The Nashville building that houses RCA Studio A, one of the most historic, active studios in country music history, is being sold to a development company that specializes in residential properties.
Even for longtime Nashville residents, it’s easy to drive past the RCA Building. Tucked onto a Music Row street corner, the place looks fairly nondescript, a flourish-free combination of brick, stone and muted earth tones better suited for an office building than a world-class recording studio. For more than half a century, though, RCA has drawn hundreds of musicians through its doors — not because of what the exterior looks like, but what the interior sounds like.
And what does the RCA Building sound like? Spend a few hours flipping your radio dial from left to right, and you’ll stumble across countless songs recorded inside the building’s two studios. Constructed in 1964 by Chet Atkins, who was originally looking for a place to track string parts for Elvis Presley‘s gospel albums, Studio A became a destination for musicians on both sides of the country/pop divide. It attracted the old guard — Dolly Parton, Ronnie Milsap, Tony Bennett, the Beach Boys — as much as newcomers like Kacey Musgraves and Hunter Hayes, and its cavernous size allowed the songs to fully breathe. Ben Folds, who took over the studio’s lease 12 years ago, even managed to fit the entire Nashville Symphony inside the room.
Studio B, on the other hand, played an immeasurable role in shaping the arc of old-school country music and early rock & roll. The Everly Brothers recorded “Cathy’s Clown” and “All I Have to Do Is Dream” in the small, 57 year-old room. Presley tracked more than 250 songs there. Dolly Parton cut her vocals on “Jolene” in Studio B — then marched next door to mix the song at Studio A. Although Studio B closed in 1977 and later reopened as a popular tourist attraction, Studio A has remained in operation for half a century.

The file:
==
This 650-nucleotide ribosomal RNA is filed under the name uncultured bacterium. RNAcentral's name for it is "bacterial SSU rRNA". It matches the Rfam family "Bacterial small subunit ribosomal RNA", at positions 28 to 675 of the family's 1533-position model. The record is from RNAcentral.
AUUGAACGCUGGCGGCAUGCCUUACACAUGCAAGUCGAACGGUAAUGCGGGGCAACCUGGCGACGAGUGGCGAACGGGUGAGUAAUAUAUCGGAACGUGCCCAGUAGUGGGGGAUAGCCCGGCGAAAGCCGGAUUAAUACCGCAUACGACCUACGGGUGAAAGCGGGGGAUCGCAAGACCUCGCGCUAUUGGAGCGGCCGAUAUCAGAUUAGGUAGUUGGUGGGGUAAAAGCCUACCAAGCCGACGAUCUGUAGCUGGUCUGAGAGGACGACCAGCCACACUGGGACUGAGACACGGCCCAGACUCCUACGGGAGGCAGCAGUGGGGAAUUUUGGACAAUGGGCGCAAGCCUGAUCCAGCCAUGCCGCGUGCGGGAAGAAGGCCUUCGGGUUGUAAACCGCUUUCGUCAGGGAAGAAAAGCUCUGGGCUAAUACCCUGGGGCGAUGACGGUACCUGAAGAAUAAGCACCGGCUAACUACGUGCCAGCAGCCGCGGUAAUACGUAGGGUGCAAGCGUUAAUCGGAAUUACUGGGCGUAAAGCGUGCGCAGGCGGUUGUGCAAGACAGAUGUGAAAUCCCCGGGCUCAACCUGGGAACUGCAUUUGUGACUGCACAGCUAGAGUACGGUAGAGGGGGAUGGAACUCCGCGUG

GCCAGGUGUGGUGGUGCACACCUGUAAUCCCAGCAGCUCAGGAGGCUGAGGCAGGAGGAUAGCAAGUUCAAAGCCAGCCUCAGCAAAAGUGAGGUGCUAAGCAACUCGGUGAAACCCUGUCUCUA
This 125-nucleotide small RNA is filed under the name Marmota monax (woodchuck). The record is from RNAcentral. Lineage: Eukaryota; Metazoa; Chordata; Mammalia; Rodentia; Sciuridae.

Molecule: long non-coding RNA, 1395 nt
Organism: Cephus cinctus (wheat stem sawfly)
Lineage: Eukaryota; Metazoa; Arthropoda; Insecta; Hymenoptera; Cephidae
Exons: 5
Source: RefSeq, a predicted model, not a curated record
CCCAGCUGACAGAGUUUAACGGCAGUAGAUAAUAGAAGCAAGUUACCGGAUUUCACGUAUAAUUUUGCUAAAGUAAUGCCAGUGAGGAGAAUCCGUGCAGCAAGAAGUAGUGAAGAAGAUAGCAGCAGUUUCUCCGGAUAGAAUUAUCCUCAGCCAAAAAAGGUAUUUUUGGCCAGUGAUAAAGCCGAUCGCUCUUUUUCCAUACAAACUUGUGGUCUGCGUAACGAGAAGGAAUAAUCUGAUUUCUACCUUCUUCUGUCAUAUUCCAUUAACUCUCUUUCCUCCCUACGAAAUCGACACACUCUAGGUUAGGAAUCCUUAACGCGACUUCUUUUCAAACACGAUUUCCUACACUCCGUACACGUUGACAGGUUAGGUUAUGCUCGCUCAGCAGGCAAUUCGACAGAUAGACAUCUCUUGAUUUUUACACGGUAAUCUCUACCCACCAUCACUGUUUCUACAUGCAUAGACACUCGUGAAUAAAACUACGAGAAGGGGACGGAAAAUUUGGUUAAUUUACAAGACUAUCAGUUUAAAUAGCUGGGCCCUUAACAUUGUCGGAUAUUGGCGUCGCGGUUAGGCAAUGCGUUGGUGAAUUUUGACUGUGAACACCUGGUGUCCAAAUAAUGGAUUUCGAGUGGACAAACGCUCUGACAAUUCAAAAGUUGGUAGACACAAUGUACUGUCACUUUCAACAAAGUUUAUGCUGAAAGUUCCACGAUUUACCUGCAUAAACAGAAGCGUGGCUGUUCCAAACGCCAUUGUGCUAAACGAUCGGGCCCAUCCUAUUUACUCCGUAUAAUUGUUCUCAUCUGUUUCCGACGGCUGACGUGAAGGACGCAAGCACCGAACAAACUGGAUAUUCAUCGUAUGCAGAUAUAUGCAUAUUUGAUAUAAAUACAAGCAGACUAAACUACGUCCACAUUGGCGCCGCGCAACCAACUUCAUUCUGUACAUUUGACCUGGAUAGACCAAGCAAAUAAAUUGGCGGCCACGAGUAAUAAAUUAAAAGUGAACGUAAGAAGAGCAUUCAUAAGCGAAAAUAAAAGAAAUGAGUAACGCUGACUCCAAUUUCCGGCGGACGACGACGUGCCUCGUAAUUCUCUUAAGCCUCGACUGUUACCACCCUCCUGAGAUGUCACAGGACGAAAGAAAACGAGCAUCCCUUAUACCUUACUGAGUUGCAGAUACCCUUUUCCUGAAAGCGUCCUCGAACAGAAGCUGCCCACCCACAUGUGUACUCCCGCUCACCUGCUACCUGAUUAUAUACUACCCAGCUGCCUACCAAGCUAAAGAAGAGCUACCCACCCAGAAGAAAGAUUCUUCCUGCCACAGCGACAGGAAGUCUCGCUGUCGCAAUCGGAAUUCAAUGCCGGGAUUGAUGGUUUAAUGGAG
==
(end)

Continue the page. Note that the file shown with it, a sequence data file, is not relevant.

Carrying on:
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Once the impending sale goes through, though, Studio A may be converted into apartments. Studio B, which was donated to the Country Music Hall of Fame in 1992, will be protected from any changes.
“Last week, on the day that would have been Chet Atkins’ 90th birthday (June 20, 1924), my office received news that the historic RCA Building on Music Row is likely to be sold,” Ben Folds wrote Tuesday afternoon in an open letter to Nashville.
Folds’ long, impassioned letter is a call to arms for a city that is in danger of losing its landmarks to rapid development. While progress is healthy, any growth can be second-guessed if it comes at the expense of a city’s history and character.
The sale of Studio A could also have long-term implications for companies like Bravo Development, the prospective buyer for the building.
“Ultimately, who will want to build new condos in an area that has no central community of ideas or creatives?” Folds wrote.
After a series of calm, level-headed arguments about the RCA Building’s importance to the city and the genres its songs helped shape, Fold wrapped up his letter by inviting Tim Reynolds, Bravo’s chief operator, to visit Studio A one more time before his company potentially swings the wrecking ball.
“Take a moment to stand in silence between the grand walls of RCA Studio A,” Folds urged, “and feel the history and the echoes of the Nashville that changed the world.”